Asked by Grant, Columbus, Ohio
What are the long-term effects of Xanax use on the brain if taken exactly as directed? It seems that my mind feels like it is stuck in the mud, hazy and there is a feeling of a disconnect with the world sometimes. Ultimately, how long does it take for your brain and mind to return to "normal" function?
Mental Health Expert
Dr. Charles Raison
Emory University Medical School
Dear Grant, I thought I would address your questions this week because they are great examples of important issues for which we do not have settled answers. I think it's good sometimes for people to get a better sense of how many things psychiatrists and other physicians don't know. Just as an aside, the most common reasons for us not knowing the answers to important questions are that the answers are too complicated to yield easy information or that no one has been willing to put in the time and money to do the studies necessary to provide certainty.
We know a great deal about the short-term effects of Xanax (generic name is alprazolam) and other benzodiazepine medications on the brain. By blocking the benzodiazepine site on gamma receptors in the brain, these medications hyperpolarize neurons (i.e. brain cells). When hyperpolarized, neurons don't fire as often, which makes parts of the brain that induce feelings of anxiety and fear less active. When these brain areas are turned down, people feel calmer and are less likely to become fearful, agitated or anxious. Unlike antidepressants, which take days to weeks to turn down brain anxiety centers (and to show clinical effect), Xanax and other benzodiazepines produce immediate relief.
Benzodiazepines are hugely effective, but they have two major drawbacks. First, over time the brain adjusts to their activity, so that if they are stopped suddenly, brain activity can overshoot normal. When this happens, people show withdrawal symptoms, such as high blood pressure, shaking and intense anxiety. When severe, benzodiazepine withdrawal can produce death. Drugs such as benzodiazepines that can produce these types of withdrawal problems are said to produce "physiological dependence," which is a fancy word for meaning they can be addictive. A second drawback is that the danger of addiction to these agents is further increased by the fact that they work so quickly. Bad anxiety is probably the single most miserable emotional state humans can experience. It is truly a living hell. For people who struggle with anxiety, the fact that benzodiazepines work so quickly greatly increases the risk for developing psychological dependence.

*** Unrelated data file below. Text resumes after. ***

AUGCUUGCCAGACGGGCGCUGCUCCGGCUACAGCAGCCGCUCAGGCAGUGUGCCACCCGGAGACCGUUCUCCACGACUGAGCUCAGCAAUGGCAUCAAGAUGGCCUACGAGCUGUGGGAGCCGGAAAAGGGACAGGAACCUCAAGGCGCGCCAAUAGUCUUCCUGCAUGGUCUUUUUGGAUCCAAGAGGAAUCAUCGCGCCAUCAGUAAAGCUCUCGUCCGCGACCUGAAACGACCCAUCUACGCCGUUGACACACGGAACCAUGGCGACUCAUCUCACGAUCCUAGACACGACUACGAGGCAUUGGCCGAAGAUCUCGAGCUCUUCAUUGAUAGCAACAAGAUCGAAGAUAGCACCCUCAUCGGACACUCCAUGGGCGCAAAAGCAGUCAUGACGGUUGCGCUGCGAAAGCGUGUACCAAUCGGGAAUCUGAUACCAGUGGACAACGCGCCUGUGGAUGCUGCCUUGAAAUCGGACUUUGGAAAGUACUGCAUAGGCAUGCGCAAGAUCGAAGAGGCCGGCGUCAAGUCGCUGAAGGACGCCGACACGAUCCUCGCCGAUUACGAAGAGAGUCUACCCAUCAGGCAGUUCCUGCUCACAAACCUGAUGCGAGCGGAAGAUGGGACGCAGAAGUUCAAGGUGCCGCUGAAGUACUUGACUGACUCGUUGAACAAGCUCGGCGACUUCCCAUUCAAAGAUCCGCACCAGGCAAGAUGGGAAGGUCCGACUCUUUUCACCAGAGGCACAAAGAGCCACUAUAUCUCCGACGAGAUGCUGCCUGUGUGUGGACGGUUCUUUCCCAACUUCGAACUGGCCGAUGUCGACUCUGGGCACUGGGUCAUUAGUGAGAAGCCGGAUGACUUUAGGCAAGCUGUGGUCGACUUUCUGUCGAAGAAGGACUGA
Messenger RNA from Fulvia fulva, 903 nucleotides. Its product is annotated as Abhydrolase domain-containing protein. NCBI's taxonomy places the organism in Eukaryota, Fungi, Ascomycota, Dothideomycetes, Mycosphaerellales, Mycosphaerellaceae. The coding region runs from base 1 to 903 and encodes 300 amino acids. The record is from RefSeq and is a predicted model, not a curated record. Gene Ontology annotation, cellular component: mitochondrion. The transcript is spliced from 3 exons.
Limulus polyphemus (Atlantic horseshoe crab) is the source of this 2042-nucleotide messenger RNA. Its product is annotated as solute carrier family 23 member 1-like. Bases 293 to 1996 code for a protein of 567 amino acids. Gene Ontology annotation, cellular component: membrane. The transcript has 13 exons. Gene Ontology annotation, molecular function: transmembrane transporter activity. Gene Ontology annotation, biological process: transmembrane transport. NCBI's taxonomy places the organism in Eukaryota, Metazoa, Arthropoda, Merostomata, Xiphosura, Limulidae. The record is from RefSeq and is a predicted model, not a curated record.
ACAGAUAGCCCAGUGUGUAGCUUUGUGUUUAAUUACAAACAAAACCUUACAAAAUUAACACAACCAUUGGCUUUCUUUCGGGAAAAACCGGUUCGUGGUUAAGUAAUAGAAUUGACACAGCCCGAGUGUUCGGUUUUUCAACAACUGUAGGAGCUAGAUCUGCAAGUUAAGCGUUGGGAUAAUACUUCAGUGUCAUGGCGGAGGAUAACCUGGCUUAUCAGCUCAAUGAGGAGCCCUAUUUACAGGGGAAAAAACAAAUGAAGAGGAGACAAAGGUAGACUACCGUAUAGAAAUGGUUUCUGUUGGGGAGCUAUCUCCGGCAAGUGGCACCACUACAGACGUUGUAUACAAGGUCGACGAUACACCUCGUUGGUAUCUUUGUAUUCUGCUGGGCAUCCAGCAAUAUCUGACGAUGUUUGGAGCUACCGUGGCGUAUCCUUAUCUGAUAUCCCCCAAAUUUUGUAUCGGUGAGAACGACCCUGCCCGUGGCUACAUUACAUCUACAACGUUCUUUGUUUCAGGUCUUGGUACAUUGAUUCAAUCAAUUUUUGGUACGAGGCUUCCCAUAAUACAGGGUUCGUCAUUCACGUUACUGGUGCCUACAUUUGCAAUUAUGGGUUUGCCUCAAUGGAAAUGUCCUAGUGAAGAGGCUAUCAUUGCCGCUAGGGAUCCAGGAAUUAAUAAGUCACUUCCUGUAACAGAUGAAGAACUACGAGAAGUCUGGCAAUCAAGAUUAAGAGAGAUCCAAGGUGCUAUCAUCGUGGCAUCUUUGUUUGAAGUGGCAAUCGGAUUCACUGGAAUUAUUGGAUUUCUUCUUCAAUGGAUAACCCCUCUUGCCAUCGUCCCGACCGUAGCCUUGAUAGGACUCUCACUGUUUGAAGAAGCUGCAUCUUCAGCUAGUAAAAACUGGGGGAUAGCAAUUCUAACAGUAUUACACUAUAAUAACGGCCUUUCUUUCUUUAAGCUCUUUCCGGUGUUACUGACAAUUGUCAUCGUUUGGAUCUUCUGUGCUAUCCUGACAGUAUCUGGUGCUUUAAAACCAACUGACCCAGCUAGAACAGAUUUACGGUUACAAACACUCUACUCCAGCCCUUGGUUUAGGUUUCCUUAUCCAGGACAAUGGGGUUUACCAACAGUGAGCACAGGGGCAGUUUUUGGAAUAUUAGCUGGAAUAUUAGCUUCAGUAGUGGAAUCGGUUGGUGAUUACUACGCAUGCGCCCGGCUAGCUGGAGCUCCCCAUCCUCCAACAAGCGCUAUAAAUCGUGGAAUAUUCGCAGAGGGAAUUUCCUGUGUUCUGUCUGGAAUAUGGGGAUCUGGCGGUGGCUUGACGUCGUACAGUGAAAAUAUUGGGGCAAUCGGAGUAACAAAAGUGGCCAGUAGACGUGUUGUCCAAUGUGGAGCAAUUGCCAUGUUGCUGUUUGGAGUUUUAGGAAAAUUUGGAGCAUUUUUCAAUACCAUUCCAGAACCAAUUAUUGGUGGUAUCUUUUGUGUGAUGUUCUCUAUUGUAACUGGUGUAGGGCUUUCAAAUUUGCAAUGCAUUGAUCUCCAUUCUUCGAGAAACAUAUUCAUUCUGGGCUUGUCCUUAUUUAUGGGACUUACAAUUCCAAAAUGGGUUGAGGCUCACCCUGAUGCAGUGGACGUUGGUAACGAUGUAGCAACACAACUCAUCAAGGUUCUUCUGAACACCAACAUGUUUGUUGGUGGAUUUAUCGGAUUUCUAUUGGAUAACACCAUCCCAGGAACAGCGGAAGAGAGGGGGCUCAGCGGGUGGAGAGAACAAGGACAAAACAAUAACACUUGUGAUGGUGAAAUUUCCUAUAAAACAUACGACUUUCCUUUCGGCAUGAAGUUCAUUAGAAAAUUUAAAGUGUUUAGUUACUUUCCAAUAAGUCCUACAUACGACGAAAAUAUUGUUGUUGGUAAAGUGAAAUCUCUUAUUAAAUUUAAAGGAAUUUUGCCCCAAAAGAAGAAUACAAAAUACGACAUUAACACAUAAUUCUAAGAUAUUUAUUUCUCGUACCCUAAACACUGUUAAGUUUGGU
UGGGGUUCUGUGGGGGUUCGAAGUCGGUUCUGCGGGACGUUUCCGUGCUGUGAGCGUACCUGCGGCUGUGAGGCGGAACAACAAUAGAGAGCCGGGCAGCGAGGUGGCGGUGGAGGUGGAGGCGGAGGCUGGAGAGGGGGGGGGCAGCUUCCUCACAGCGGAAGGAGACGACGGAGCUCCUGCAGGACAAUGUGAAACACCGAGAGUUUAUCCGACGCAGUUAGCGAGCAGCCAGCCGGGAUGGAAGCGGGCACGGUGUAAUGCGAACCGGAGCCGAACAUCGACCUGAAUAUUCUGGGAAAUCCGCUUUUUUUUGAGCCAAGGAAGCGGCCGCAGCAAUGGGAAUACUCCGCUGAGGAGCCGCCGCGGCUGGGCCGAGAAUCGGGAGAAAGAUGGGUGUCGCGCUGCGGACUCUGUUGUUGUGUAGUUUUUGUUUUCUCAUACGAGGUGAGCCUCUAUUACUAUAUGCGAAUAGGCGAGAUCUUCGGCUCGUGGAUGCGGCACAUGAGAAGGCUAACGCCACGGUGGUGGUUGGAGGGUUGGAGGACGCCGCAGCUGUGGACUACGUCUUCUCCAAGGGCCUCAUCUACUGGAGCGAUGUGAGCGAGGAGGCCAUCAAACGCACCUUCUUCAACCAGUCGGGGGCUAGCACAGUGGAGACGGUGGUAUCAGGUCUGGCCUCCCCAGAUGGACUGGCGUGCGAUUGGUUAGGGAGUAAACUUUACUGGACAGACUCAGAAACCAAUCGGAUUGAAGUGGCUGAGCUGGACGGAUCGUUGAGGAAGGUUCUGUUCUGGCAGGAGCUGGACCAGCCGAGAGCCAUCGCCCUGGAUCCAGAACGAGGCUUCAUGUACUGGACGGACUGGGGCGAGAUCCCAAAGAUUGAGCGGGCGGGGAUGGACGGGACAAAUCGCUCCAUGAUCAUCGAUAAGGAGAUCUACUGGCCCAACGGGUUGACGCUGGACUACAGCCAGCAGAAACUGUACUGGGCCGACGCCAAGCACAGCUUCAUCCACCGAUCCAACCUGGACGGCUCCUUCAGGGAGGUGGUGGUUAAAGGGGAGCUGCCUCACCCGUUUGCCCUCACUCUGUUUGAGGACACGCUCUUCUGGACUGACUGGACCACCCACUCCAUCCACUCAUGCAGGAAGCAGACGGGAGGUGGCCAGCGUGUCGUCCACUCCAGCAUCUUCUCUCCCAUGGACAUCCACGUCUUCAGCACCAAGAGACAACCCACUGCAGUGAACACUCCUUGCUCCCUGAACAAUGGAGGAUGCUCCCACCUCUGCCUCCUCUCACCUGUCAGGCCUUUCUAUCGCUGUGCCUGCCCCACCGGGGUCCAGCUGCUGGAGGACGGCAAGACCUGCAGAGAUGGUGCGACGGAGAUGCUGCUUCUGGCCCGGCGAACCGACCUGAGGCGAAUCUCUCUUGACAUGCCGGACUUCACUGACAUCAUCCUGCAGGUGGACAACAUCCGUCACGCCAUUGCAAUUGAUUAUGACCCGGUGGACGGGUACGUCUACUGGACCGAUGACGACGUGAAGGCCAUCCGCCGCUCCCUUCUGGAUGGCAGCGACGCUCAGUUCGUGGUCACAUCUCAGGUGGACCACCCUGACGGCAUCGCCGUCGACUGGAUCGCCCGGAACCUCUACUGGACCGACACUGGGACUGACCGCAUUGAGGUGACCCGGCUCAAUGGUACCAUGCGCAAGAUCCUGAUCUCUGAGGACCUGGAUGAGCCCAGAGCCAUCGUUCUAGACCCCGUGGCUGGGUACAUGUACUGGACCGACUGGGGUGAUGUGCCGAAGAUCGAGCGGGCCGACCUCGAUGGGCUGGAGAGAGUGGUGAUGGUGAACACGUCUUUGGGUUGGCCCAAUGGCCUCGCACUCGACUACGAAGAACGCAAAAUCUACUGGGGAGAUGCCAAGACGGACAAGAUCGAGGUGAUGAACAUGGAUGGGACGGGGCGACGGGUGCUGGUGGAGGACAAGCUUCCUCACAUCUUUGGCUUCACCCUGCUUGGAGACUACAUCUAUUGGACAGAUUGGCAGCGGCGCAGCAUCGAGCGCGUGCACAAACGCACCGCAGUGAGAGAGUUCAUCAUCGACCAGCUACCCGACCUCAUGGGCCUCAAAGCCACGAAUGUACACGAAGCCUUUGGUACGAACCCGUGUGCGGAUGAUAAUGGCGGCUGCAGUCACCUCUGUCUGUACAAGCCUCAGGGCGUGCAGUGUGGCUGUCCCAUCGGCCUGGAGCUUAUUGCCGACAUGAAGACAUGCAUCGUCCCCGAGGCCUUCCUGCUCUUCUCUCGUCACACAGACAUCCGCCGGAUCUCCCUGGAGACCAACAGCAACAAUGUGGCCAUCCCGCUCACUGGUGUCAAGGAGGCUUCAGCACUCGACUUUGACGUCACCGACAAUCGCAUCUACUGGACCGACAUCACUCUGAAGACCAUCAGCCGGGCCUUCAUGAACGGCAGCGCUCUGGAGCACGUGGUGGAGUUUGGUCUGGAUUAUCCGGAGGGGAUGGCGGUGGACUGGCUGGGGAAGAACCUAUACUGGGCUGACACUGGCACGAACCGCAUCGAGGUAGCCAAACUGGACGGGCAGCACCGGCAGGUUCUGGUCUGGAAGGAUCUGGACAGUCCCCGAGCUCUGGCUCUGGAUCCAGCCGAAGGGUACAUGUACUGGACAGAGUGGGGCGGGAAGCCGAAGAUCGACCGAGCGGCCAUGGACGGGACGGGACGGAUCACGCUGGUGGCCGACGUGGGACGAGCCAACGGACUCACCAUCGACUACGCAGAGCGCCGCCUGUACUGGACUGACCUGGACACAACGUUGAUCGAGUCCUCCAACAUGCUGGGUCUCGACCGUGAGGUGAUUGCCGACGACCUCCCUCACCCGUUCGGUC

Compared with other benzodiazepines, Xanax has an additional problem. It has a very short half-life, which in practical terms means that it goes in and out of the body very quickly. Because of this, many people will begin to experience subtle withdrawal symptoms between doses, which really can increase the addictive potential of this medication. Like most other psychiatrists, I dislike Xanax for this reason and will often try to switch long-term Xanax users to one of the other benzodiazepines that has a longer half-life and less liability for producing patterns of rising and falling anxiety across the day.
It has been folk wisdom within medicine that using benzodiazepines for a long time is a bad idea. They were believed to make people mentally slow. However, recent years have produced a number of studies comparing people who have taken a benzodiazepine for years nonstop with people who have never taken a benzodiazepine. Most of these studies show no ill effects of benzodiazepines on either mental functioning or physical health. On the other hand, chronic anxiety is a life-destroyer of the first order, and is at least as big a risk factor for suicide as is depression.
So, we don't know how the long-term use of benzodiazepines changes the brain, nor do we know how long it would take for all effects of these medications to go away. Withdrawal-type symptoms typically resolve in a week or two depending on the half-life of the specific benzodiazepine involved, which suggests that at a gross level, the brain returns to normal fairly quickly. But whether subtler changes persist is unknown.
In your particular case, Xanax might be producing the disconnected, muddy, hazy feelings against which you struggle. If these feelings coincide with each dose of Xanax and improve as the hours pass, it is a good bet that Xanax is the culprit. But it is also quite possible that your cognitive symptoms are part of an underlying psychiatric condition. If these symptoms improve after each dose of Xanax, this is the more likely scenario. Many conditions that produce impaired thinking and feeling are not spotted by traditional medical exams or laboratory tests, so you should not be surprised or overly concerned that there is a disconnect between your symptoms and apparent good health.
Let me make a final comment. You use the phrase "exactly as prescribed" and this is a very important point. The vast majority of people who take benzodiazepines for extended periods are highly compliant and follow doctors' orders closely. Indeed, in my experience many anxious patients who would benefit from benzodiazepine treatment are so worried about addiction and other problems that they deny themselves an important potential pathway to well-being. But the other extreme is even more problematic. Although in my experience benzodiazepines do not have the addiction potential of something like opiate pain pills, they can cause significant trouble when abused. Hence the importance of taking "exactly as prescribed."
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